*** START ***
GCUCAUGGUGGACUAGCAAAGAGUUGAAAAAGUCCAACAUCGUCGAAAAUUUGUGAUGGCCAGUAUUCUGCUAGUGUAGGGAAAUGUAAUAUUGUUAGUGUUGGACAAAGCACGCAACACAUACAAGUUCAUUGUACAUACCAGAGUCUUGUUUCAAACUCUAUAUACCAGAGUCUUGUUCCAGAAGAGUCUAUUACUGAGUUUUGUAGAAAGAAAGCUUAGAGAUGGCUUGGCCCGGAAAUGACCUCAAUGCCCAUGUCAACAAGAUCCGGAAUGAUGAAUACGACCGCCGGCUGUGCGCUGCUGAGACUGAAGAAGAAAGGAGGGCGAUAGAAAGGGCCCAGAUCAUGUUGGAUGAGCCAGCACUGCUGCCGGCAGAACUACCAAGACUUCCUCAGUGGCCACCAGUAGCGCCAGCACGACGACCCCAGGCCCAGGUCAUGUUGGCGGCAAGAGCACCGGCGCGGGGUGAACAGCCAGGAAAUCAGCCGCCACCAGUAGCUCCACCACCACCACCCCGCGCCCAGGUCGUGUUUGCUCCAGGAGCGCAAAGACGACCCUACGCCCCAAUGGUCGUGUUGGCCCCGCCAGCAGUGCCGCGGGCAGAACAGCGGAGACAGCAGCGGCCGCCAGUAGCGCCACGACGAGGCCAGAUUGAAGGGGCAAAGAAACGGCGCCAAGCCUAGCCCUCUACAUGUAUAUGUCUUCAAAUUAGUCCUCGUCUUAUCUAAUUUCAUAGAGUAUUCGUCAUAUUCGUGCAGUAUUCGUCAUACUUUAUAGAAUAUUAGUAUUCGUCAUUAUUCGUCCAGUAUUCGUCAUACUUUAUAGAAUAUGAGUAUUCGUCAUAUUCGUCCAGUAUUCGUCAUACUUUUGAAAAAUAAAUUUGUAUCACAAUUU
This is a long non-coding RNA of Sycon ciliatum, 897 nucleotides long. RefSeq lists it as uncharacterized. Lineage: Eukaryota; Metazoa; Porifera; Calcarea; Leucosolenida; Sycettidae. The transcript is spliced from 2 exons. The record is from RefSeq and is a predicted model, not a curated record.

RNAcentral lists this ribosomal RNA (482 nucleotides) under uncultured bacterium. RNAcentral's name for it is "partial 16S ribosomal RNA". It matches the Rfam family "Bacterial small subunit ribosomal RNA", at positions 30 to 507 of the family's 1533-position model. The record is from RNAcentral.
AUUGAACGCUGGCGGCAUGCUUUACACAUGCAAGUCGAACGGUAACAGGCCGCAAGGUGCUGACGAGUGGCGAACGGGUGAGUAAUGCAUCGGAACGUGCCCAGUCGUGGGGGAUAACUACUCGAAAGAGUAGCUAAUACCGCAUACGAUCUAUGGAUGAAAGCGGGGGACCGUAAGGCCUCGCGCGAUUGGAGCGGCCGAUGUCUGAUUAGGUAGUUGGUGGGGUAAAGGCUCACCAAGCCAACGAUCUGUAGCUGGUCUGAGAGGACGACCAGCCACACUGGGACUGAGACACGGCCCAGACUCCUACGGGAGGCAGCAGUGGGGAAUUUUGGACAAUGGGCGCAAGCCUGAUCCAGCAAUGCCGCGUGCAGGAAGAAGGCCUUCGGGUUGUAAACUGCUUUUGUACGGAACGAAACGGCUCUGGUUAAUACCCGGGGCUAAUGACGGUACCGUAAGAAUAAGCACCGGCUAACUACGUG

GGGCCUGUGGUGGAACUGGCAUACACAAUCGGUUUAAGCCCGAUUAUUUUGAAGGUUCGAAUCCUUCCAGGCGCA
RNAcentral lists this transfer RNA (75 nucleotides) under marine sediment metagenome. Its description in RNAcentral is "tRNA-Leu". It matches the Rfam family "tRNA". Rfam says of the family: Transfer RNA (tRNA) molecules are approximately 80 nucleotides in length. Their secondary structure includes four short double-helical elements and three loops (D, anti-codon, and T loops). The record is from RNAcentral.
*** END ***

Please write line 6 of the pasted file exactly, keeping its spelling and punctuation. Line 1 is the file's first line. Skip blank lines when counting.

RNAcentral lists this transfer RNA (75 nucleotides) under marine sediment metagenome. Its description in RNAcentral is "tRNA-Leu". It matches the Rfam family "tRNA". Rfam says of the family: Transfer RNA (tRNA) molecules are approximately 80 nucleotides in length. Their secondary structure includes four short double-helical elements and three loops (D, anti-codon, and T loops). The record is from RNAcentral.